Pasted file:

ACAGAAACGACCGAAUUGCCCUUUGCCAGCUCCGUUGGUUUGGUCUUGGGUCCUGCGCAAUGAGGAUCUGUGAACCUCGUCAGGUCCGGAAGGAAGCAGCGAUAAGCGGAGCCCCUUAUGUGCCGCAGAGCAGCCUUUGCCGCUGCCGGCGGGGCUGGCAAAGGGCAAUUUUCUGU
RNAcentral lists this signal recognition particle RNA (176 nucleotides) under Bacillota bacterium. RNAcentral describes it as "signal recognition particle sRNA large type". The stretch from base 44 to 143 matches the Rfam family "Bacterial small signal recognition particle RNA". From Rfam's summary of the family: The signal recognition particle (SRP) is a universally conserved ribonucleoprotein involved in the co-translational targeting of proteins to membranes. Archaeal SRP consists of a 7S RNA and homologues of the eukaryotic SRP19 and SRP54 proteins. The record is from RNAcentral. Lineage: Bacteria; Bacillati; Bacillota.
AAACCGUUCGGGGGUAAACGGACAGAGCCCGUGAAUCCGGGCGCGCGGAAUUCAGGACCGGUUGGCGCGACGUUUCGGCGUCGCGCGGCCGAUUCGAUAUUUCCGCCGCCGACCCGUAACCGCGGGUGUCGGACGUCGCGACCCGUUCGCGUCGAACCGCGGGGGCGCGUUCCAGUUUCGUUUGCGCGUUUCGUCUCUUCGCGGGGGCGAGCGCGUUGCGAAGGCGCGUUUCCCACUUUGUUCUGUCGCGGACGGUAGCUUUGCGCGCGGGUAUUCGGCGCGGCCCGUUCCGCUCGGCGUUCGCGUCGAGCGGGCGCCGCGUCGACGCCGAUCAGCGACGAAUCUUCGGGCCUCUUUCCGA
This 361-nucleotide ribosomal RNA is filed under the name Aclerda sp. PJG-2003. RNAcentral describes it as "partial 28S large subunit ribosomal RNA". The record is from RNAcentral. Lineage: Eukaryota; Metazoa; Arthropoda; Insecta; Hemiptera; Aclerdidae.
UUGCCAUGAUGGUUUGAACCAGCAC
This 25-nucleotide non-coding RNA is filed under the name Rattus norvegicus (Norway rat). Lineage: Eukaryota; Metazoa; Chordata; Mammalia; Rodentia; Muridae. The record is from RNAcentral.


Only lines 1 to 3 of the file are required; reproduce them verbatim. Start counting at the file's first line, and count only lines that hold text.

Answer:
ACAGAAACGACCGAAUUGCCCUUUGCCAGCUCCGUUGGUUUGGUCUUGGGUCCUGCGCAAUGAGGAUCUGUGAACCUCGUCAGGUCCGGAAGGAAGCAGCGAUAAGCGGAGCCCCUUAUGUGCCGCAGAGCAGCCUUUGCCGCUGCCGGCGGGGCUGGCAAAGGGCAAUUUUCUGU
RNAcentral lists this signal recognition particle RNA (176 nucleotides) under Bacillota bacterium. RNAcentral describes it as "signal recognition particle sRNA large type". The stretch from base 44 to 143 matches the Rfam family "Bacterial small signal recognition particle RNA". From Rfam's summary of the family: The signal recognition particle (SRP) is a universally conserved ribonucleoprotein involved in the co-translational targeting of proteins to membranes. Archaeal SRP consists of a 7S RNA and homologues of the eukaryotic SRP19 and SRP54 proteins. The record is from RNAcentral. Lineage: Bacteria; Bacillati; Bacillota.
AAACCGUUCGGGGGUAAACGGACAGAGCCCGUGAAUCCGGGCGCGCGGAAUUCAGGACCGGUUGGCGCGACGUUUCGGCGUCGCGCGGCCGAUUCGAUAUUUCCGCCGCCGACCCGUAACCGCGGGUGUCGGACGUCGCGACCCGUUCGCGUCGAACCGCGGGGGCGCGUUCCAGUUUCGUUUGCGCGUUUCGUCUCUUCGCGGGGGCGAGCGCGUUGCGAAGGCGCGUUUCCCACUUUGUUCUGUCGCGGACGGUAGCUUUGCGCGCGGGUAUUCGGCGCGGCCCGUUCCGCUCGGCGUUCGCGUCGAGCGGGCGCCGCGUCGACGCCGAUCAGCGACGAAUCUUCGGGCCUCUUUCCGA